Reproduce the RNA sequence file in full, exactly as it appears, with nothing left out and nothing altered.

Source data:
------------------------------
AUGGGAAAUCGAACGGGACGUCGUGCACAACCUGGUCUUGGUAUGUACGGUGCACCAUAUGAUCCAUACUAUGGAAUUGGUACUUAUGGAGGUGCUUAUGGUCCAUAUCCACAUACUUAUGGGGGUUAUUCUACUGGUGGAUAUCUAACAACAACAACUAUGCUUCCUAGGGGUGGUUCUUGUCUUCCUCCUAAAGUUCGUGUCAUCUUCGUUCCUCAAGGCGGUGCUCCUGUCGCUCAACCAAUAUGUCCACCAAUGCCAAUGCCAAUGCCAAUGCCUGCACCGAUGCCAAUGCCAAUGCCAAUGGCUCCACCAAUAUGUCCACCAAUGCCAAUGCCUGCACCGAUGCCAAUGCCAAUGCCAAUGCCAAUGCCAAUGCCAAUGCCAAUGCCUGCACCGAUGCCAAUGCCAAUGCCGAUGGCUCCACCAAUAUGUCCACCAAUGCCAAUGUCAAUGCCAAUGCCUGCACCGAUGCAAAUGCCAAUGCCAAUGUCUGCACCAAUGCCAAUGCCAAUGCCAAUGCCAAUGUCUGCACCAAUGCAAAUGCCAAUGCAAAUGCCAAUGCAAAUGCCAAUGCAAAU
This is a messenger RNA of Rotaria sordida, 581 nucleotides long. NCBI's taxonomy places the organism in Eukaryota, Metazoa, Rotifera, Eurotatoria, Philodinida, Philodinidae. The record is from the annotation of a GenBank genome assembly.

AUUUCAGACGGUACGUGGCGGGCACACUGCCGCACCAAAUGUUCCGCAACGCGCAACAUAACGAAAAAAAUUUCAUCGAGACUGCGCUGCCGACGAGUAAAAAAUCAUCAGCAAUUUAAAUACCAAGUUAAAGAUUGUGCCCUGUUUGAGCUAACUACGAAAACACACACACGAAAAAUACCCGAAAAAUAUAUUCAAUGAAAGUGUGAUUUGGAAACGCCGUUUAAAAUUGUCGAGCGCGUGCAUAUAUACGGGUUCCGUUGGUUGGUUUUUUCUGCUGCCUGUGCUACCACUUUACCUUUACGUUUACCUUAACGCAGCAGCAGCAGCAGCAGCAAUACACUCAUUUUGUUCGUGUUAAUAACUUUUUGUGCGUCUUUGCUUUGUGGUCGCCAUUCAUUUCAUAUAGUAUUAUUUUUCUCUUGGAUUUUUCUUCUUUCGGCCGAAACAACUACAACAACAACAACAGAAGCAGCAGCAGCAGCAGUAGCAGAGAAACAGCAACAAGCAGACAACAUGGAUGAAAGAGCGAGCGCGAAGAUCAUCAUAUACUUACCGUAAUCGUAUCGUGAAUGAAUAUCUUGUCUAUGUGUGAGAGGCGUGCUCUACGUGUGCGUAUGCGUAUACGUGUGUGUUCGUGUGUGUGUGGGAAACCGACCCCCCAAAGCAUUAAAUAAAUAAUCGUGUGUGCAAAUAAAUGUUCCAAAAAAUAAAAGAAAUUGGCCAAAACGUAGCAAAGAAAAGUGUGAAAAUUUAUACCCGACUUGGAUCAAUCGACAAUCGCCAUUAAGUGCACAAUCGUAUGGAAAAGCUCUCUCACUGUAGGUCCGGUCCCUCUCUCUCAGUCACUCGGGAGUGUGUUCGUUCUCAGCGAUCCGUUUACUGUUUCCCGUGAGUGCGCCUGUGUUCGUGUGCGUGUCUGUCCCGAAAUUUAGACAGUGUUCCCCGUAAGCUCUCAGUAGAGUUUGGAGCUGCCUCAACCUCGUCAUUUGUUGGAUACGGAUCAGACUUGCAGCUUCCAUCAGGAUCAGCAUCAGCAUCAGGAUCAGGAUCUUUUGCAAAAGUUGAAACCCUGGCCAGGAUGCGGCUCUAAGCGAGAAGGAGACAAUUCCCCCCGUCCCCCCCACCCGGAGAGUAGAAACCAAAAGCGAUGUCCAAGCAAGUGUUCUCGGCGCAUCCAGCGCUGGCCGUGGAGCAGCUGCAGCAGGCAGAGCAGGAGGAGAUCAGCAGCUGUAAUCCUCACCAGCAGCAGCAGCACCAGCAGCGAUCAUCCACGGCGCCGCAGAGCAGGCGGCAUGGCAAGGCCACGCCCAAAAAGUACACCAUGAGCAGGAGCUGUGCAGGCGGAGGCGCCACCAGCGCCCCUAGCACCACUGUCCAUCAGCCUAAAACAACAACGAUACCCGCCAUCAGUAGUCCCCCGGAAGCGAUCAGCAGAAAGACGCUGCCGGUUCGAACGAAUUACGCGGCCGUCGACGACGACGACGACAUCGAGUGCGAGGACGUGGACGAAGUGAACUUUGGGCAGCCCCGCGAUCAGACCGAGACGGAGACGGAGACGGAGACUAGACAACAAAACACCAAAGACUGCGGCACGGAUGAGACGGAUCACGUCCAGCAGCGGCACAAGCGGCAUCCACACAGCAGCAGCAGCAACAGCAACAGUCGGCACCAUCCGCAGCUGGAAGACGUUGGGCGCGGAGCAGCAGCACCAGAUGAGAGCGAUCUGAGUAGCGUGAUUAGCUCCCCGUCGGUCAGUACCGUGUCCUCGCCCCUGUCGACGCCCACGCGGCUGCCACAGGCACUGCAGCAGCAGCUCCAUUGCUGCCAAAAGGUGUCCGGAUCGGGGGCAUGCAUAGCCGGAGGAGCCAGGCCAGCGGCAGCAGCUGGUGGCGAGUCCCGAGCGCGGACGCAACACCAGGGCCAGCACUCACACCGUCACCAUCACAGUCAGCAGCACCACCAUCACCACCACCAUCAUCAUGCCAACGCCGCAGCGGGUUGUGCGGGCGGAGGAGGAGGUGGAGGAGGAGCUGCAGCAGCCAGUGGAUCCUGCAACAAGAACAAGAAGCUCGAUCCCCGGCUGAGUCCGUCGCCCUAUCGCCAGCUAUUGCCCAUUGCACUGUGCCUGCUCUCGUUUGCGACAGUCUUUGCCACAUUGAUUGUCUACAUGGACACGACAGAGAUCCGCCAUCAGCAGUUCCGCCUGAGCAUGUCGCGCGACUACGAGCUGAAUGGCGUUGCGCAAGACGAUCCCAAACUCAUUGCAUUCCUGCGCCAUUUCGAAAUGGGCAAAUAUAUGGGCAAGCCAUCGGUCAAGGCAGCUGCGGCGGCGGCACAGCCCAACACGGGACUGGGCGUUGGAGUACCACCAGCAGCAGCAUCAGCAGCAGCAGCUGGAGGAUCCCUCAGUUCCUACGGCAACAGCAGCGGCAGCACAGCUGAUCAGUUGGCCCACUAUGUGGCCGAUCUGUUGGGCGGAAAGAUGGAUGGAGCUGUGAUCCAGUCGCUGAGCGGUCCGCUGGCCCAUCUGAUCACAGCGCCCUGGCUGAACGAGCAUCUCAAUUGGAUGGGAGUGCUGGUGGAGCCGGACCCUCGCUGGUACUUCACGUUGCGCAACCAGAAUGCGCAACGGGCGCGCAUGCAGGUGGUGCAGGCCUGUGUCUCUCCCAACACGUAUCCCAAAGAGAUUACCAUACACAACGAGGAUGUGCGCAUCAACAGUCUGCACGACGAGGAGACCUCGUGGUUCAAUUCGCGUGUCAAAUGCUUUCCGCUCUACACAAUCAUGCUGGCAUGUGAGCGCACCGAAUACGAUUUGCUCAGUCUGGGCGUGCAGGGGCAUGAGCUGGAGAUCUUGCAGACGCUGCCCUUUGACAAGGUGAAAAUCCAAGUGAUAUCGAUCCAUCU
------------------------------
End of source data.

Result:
AUGGGAAAUCGAACGGGACGUCGUGCACAACCUGGUCUUGGUAUGUACGGUGCACCAUAUGAUCCAUACUAUGGAAUUGGUACUUAUGGAGGUGCUUAUGGUCCAUAUCCACAUACUUAUGGGGGUUAUUCUACUGGUGGAUAUCUAACAACAACAACUAUGCUUCCUAGGGGUGGUUCUUGUCUUCCUCCUAAAGUUCGUGUCAUCUUCGUUCCUCAAGGCGGUGCUCCUGUCGCUCAACCAAUAUGUCCACCAAUGCCAAUGCCAAUGCCAAUGCCUGCACCGAUGCCAAUGCCAAUGCCAAUGGCUCCACCAAUAUGUCCACCAAUGCCAAUGCCUGCACCGAUGCCAAUGCCAAUGCCAAUGCCAAUGCCAAUGCCAAUGCCAAUGCCUGCACCGAUGCCAAUGCCAAUGCCGAUGGCUCCACCAAUAUGUCCACCAAUGCCAAUGUCAAUGCCAAUGCCUGCACCGAUGCAAAUGCCAAUGCCAAUGUCUGCACCAAUGCCAAUGCCAAUGCCAAUGCCAAUGUCUGCACCAAUGCAAAUGCCAAUGCAAAUGCCAAUGCAAAUGCCAAUGCAAAU
This is a messenger RNA of Rotaria sordida, 581 nucleotides long. NCBI's taxonomy places the organism in Eukaryota, Metazoa, Rotifera, Eurotatoria, Philodinida, Philodinidae. The record is from the annotation of a GenBank genome assembly.

AUUUCAGACGGUACGUGGCGGGCACACUGCCGCACCAAAUGUUCCGCAACGCGCAACAUAACGAAAAAAAUUUCAUCGAGACUGCGCUGCCGACGAGUAAAAAAUCAUCAGCAAUUUAAAUACCAAGUUAAAGAUUGUGCCCUGUUUGAGCUAACUACGAAAACACACACACGAAAAAUACCCGAAAAAUAUAUUCAAUGAAAGUGUGAUUUGGAAACGCCGUUUAAAAUUGUCGAGCGCGUGCAUAUAUACGGGUUCCGUUGGUUGGUUUUUUCUGCUGCCUGUGCUACCACUUUACCUUUACGUUUACCUUAACGCAGCAGCAGCAGCAGCAGCAAUACACUCAUUUUGUUCGUGUUAAUAACUUUUUGUGCGUCUUUGCUUUGUGGUCGCCAUUCAUUUCAUAUAGUAUUAUUUUUCUCUUGGAUUUUUCUUCUUUCGGCCGAAACAACUACAACAACAACAACAGAAGCAGCAGCAGCAGCAGUAGCAGAGAAACAGCAACAAGCAGACAACAUGGAUGAAAGAGCGAGCGCGAAGAUCAUCAUAUACUUACCGUAAUCGUAUCGUGAAUGAAUAUCUUGUCUAUGUGUGAGAGGCGUGCUCUACGUGUGCGUAUGCGUAUACGUGUGUGUUCGUGUGUGUGUGGGAAACCGACCCCCCAAAGCAUUAAAUAAAUAAUCGUGUGUGCAAAUAAAUGUUCCAAAAAAUAAAAGAAAUUGGCCAAAACGUAGCAAAGAAAAGUGUGAAAAUUUAUACCCGACUUGGAUCAAUCGACAAUCGCCAUUAAGUGCACAAUCGUAUGGAAAAGCUCUCUCACUGUAGGUCCGGUCCCUCUCUCUCAGUCACUCGGGAGUGUGUUCGUUCUCAGCGAUCCGUUUACUGUUUCCCGUGAGUGCGCCUGUGUUCGUGUGCGUGUCUGUCCCGAAAUUUAGACAGUGUUCCCCGUAAGCUCUCAGUAGAGUUUGGAGCUGCCUCAACCUCGUCAUUUGUUGGAUACGGAUCAGACUUGCAGCUUCCAUCAGGAUCAGCAUCAGCAUCAGGAUCAGGAUCUUUUGCAAAAGUUGAAACCCUGGCCAGGAUGCGGCUCUAAGCGAGAAGGAGACAAUUCCCCCCGUCCCCCCCACCCGGAGAGUAGAAACCAAAAGCGAUGUCCAAGCAAGUGUUCUCGGCGCAUCCAGCGCUGGCCGUGGAGCAGCUGCAGCAGGCAGAGCAGGAGGAGAUCAGCAGCUGUAAUCCUCACCAGCAGCAGCAGCACCAGCAGCGAUCAUCCACGGCGCCGCAGAGCAGGCGGCAUGGCAAGGCCACGCCCAAAAAGUACACCAUGAGCAGGAGCUGUGCAGGCGGAGGCGCCACCAGCGCCCCUAGCACCACUGUCCAUCAGCCUAAAACAACAACGAUACCCGCCAUCAGUAGUCCCCCGGAAGCGAUCAGCAGAAAGACGCUGCCGGUUCGAACGAAUUACGCGGCCGUCGACGACGACGACGACAUCGAGUGCGAGGACGUGGACGAAGUGAACUUUGGGCAGCCCCGCGAUCAGACCGAGACGGAGACGGAGACGGAGACUAGACAACAAAACACCAAAGACUGCGGCACGGAUGAGACGGAUCACGUCCAGCAGCGGCACAAGCGGCAUCCACACAGCAGCAGCAGCAACAGCAACAGUCGGCACCAUCCGCAGCUGGAAGACGUUGGGCGCGGAGCAGCAGCACCAGAUGAGAGCGAUCUGAGUAGCGUGAUUAGCUCCCCGUCGGUCAGUACCGUGUCCUCGCCCCUGUCGACGCCCACGCGGCUGCCACAGGCACUGCAGCAGCAGCUCCAUUGCUGCCAAAAGGUGUCCGGAUCGGGGGCAUGCAUAGCCGGAGGAGCCAGGCCAGCGGCAGCAGCUGGUGGCGAGUCCCGAGCGCGGACGCAACACCAGGGCCAGCACUCACACCGUCACCAUCACAGUCAGCAGCACCACCAUCACCACCACCAUCAUCAUGCCAACGCCGCAGCGGGUUGUGCGGGCGGAGGAGGAGGUGGAGGAGGAGCUGCAGCAGCCAGUGGAUCCUGCAACAAGAACAAGAAGCUCGAUCCCCGGCUGAGUCCGUCGCCCUAUCGCCAGCUAUUGCCCAUUGCACUGUGCCUGCUCUCGUUUGCGACAGUCUUUGCCACAUUGAUUGUCUACAUGGACACGACAGAGAUCCGCCAUCAGCAGUUCCGCCUGAGCAUGUCGCGCGACUACGAGCUGAAUGGCGUUGCGCAAGACGAUCCCAAACUCAUUGCAUUCCUGCGCCAUUUCGAAAUGGGCAAAUAUAUGGGCAAGCCAUCGGUCAAGGCAGCUGCGGCGGCGGCACAGCCCAACACGGGACUGGGCGUUGGAGUACCACCAGCAGCAGCAUCAGCAGCAGCAGCUGGAGGAUCCCUCAGUUCCUACGGCAACAGCAGCGGCAGCACAGCUGAUCAGUUGGCCCACUAUGUGGCCGAUCUGUUGGGCGGAAAGAUGGAUGGAGCUGUGAUCCAGUCGCUGAGCGGUCCGCUGGCCCAUCUGAUCACAGCGCCCUGGCUGAACGAGCAUCUCAAUUGGAUGGGAGUGCUGGUGGAGCCGGACCCUCGCUGGUACUUCACGUUGCGCAACCAGAAUGCGCAACGGGCGCGCAUGCAGGUGGUGCAGGCCUGUGUCUCUCCCAACACGUAUCCCAAAGAGAUUACCAUACACAACGAGGAUGUGCGCAUCAACAGUCUGCACGACGAGGAGACCUCGUGGUUCAAUUCGCGUGUCAAAUGCUUUCCGCUCUACACAAUCAUGCUGGCAUGUGAGCGCACCGAAUACGAUUUGCUCAGUCUGGGCGUGCAGGGGCAUGAGCUGGAGAUCUUGCAGACGCUGCCCUUUGACAAGGUGAAAAUCCAAGUGAUAUCGAUCCAUCU